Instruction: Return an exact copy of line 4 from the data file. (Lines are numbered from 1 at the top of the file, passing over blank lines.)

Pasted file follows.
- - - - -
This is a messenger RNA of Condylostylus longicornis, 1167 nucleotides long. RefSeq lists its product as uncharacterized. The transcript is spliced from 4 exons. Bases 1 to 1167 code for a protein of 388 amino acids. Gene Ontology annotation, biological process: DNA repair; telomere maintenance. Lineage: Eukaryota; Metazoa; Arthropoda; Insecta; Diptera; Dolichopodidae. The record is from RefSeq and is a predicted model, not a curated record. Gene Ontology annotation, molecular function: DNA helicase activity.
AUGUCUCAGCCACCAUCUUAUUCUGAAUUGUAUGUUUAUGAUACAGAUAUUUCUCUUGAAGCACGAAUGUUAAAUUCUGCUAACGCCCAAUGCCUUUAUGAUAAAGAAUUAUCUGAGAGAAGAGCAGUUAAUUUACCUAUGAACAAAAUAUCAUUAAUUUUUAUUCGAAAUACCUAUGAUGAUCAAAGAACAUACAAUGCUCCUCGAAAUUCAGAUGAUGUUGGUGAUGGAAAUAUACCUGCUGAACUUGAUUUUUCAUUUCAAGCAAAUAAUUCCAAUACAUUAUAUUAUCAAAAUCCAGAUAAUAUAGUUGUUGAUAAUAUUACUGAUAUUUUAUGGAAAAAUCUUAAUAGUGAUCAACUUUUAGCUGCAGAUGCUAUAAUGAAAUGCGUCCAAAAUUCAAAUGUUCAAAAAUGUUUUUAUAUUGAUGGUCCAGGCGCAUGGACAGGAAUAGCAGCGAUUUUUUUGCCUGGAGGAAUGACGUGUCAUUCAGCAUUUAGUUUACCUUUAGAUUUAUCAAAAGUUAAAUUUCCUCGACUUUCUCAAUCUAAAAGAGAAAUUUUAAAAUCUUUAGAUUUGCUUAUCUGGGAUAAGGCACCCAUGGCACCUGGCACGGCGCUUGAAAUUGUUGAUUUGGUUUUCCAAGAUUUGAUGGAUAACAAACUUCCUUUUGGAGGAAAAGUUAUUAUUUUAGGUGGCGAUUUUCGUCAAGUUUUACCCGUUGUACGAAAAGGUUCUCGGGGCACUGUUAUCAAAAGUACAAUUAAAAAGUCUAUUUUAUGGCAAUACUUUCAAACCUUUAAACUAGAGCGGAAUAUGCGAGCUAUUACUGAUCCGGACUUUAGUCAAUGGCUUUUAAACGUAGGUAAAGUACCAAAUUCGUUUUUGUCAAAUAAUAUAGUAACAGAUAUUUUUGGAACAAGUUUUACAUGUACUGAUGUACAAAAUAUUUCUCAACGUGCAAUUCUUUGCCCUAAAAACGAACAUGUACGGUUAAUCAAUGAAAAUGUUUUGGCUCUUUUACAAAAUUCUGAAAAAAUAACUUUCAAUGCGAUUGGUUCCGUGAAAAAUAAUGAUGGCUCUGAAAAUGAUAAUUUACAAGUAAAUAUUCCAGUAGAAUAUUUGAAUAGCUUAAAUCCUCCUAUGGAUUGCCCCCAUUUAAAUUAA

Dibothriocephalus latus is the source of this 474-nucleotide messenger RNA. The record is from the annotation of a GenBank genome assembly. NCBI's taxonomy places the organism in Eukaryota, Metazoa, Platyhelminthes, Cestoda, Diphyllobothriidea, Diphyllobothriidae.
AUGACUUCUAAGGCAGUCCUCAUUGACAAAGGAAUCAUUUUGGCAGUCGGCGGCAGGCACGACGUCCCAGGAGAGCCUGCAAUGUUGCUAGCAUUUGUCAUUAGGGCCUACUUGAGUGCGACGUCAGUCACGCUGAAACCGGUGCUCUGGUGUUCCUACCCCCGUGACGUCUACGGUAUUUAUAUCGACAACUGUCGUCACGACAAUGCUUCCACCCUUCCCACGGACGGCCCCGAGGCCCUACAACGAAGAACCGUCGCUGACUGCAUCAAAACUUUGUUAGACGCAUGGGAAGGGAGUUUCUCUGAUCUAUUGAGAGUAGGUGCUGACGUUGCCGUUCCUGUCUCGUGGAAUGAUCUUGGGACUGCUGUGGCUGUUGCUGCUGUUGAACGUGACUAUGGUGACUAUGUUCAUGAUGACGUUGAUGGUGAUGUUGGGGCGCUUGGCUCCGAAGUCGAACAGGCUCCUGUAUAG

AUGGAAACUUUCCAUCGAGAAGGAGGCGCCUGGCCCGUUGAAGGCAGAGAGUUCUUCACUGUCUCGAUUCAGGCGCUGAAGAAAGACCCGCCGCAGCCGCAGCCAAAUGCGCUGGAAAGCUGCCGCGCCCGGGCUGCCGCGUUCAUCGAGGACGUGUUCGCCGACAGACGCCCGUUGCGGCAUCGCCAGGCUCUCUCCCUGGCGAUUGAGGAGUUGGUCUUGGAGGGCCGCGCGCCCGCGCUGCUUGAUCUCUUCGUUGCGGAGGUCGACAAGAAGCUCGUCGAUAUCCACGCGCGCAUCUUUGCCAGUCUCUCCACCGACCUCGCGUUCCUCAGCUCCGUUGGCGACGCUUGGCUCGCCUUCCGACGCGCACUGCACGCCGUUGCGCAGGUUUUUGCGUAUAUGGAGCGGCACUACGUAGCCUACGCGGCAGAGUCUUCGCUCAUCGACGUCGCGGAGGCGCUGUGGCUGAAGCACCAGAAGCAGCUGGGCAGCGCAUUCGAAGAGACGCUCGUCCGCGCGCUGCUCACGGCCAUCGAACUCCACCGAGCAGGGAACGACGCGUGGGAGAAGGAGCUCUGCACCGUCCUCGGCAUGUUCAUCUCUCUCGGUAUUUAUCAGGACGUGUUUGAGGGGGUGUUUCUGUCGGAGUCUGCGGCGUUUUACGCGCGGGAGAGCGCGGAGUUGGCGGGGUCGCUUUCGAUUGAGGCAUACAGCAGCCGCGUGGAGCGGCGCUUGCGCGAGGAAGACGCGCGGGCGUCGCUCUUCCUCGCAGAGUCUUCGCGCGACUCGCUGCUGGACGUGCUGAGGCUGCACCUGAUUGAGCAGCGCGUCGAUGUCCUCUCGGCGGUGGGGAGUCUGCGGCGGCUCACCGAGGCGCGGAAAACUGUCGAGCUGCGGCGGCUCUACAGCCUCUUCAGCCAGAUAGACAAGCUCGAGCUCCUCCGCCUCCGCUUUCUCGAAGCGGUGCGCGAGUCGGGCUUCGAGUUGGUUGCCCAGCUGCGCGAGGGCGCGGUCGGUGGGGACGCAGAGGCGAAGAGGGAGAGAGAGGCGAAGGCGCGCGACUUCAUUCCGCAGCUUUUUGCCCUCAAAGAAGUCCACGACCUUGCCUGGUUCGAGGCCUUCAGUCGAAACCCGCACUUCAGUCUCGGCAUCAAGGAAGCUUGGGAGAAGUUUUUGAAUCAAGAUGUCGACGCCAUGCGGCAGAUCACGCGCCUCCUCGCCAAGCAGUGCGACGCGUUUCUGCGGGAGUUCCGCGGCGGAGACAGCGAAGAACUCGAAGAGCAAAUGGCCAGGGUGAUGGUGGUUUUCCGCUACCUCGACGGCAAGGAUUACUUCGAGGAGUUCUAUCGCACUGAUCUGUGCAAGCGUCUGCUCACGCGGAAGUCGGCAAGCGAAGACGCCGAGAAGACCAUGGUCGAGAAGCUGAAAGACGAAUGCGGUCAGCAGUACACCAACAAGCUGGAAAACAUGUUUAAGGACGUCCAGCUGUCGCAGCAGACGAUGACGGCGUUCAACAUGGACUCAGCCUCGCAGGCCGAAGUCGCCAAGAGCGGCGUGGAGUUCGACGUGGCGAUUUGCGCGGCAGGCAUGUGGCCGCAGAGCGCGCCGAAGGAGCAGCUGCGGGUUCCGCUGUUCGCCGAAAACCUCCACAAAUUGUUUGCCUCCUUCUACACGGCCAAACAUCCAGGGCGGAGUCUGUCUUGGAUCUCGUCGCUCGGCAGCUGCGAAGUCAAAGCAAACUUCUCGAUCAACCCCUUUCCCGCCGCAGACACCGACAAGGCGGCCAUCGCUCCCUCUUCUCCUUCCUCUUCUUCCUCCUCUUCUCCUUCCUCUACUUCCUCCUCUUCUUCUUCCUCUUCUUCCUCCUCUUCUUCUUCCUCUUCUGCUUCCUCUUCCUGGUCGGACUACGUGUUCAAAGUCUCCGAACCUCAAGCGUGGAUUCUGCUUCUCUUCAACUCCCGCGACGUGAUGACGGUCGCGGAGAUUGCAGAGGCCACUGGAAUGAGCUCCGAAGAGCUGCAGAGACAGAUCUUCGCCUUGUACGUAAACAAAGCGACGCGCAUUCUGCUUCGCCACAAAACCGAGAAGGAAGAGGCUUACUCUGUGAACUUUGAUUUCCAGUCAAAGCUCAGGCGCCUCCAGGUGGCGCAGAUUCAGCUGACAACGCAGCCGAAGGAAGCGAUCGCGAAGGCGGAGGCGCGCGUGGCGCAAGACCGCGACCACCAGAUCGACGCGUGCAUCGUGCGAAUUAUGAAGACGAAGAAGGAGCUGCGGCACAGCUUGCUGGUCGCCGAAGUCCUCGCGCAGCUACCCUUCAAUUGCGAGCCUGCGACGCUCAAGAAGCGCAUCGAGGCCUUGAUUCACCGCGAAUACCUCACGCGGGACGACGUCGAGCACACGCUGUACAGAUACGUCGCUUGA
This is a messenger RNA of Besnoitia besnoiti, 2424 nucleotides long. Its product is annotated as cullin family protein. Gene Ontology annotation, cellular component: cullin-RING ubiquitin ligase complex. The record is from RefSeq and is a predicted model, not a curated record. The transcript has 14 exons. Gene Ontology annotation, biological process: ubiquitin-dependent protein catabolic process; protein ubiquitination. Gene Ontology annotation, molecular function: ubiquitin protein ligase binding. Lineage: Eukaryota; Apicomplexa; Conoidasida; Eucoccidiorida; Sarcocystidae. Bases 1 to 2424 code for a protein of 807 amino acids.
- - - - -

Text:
AUGACUUCUAAGGCAGUCCUCAUUGACAAAGGAAUCAUUUUGGCAGUCGGCGGCAGGCACGACGUCCCAGGAGAGCCUGCAAUGUUGCUAGCAUUUGUCAUUAGGGCCUACUUGAGUGCGACGUCAGUCACGCUGAAACCGGUGCUCUGGUGUUCCUACCCCCGUGACGUCUACGGUAUUUAUAUCGACAACUGUCGUCACGACAAUGCUUCCACCCUUCCCACGGACGGCCCCGAGGCCCUACAACGAAGAACCGUCGCUGACUGCAUCAAAACUUUGUUAGACGCAUGGGAAGGGAGUUUCUCUGAUCUAUUGAGAGUAGGUGCUGACGUUGCCGUUCCUGUCUCGUGGAAUGAUCUUGGGACUGCUGUGGCUGUUGCUGCUGUUGAACGUGACUAUGGUGACUAUGUUCAUGAUGACGUUGAUGGUGAUGUUGGGGCGCUUGGCUCCGAAGUCGAACAGGCUCCUGUAUAG